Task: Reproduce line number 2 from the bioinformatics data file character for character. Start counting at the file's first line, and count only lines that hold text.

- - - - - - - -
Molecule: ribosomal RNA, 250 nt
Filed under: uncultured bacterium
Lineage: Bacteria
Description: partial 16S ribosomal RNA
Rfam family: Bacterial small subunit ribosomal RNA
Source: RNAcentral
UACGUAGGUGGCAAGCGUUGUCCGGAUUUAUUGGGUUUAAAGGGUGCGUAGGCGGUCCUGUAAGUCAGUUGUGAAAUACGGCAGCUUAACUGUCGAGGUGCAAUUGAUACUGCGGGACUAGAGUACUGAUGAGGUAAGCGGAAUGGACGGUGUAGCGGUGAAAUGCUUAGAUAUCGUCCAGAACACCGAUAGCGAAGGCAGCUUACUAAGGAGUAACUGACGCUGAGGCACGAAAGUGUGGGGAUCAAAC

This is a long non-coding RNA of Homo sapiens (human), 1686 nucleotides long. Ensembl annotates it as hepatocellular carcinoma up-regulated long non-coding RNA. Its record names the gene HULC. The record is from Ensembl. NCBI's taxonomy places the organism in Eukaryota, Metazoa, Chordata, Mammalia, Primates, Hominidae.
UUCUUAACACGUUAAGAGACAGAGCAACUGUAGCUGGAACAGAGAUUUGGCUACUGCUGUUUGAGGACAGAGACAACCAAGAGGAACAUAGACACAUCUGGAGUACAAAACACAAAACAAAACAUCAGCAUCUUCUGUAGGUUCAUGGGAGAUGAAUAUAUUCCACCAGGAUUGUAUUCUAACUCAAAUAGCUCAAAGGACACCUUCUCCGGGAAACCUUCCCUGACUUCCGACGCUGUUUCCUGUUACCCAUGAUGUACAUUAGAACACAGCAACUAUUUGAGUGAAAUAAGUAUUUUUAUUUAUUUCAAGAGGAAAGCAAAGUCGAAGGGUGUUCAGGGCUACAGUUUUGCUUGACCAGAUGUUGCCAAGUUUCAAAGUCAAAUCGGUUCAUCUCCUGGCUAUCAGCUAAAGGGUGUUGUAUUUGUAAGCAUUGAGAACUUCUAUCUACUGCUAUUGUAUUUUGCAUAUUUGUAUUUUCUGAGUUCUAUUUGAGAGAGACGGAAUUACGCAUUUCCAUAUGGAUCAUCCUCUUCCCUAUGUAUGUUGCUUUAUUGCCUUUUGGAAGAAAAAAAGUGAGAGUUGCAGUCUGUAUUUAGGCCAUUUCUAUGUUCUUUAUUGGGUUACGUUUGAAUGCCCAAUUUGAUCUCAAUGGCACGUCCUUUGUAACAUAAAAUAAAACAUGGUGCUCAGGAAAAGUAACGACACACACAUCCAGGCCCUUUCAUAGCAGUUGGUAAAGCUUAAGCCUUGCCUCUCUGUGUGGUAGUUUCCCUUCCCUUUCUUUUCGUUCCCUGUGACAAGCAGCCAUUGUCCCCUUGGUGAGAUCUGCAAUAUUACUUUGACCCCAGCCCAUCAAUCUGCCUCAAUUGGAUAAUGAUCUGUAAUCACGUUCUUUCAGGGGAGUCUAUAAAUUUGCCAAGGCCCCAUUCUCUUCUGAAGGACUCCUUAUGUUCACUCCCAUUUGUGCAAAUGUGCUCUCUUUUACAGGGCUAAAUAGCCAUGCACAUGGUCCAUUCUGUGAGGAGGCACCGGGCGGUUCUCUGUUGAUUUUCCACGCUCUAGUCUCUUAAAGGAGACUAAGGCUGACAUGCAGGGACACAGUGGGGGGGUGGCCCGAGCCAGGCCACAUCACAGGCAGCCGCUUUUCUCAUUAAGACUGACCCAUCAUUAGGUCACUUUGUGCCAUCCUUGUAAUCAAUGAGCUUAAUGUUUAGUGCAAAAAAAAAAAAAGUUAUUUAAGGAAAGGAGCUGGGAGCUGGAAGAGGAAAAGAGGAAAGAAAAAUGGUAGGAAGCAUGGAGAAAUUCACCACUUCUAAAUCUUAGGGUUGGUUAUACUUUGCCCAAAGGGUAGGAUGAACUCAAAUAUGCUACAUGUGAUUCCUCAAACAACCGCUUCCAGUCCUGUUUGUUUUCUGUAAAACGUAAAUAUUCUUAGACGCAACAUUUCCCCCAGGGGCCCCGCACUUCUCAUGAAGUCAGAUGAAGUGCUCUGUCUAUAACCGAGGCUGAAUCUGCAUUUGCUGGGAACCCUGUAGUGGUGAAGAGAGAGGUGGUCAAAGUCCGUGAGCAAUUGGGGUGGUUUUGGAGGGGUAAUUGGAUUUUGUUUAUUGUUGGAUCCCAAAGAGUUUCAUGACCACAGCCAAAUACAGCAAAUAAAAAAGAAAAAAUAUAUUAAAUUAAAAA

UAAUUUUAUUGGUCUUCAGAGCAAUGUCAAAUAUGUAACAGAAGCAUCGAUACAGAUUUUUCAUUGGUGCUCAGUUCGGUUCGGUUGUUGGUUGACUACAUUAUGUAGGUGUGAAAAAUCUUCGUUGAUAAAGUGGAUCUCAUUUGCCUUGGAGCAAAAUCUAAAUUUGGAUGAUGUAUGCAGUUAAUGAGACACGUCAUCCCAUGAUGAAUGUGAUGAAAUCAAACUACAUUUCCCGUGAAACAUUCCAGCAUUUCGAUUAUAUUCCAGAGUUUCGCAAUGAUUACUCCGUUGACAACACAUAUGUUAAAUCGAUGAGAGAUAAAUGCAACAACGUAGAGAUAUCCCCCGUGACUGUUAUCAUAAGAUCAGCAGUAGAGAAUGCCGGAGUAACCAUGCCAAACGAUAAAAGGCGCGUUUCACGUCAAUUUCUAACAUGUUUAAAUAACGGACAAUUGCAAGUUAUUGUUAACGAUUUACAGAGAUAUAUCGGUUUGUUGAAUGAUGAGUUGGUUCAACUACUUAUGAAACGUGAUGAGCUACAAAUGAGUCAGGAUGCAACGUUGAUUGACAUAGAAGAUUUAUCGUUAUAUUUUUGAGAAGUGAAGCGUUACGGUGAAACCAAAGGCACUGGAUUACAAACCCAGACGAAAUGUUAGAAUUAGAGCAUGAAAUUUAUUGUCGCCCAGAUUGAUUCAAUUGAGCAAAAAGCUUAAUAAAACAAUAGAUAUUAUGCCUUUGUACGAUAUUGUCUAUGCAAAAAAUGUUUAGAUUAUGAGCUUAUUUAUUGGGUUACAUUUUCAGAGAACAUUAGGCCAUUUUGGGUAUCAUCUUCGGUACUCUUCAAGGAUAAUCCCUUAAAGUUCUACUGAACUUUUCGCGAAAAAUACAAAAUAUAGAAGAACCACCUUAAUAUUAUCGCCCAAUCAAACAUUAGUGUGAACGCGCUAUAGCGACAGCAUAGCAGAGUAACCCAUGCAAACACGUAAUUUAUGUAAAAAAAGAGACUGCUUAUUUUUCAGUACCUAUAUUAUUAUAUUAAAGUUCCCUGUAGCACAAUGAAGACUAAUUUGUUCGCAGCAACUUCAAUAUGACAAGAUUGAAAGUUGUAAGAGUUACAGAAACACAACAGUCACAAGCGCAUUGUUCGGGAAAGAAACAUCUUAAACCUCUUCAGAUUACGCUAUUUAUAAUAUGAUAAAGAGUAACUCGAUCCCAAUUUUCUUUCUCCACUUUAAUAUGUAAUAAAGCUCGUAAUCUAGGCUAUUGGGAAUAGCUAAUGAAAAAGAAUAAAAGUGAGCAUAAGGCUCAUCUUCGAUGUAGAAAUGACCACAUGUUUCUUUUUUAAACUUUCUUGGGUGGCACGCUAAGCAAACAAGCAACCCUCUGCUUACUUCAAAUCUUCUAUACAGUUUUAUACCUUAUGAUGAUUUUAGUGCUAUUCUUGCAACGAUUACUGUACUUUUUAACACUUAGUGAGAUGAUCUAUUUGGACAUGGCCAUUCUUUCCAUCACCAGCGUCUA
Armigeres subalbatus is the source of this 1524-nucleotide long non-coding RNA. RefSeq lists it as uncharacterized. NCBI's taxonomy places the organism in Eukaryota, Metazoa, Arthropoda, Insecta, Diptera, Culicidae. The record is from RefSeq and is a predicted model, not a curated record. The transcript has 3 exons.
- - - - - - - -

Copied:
Filed under: uncultured bacterium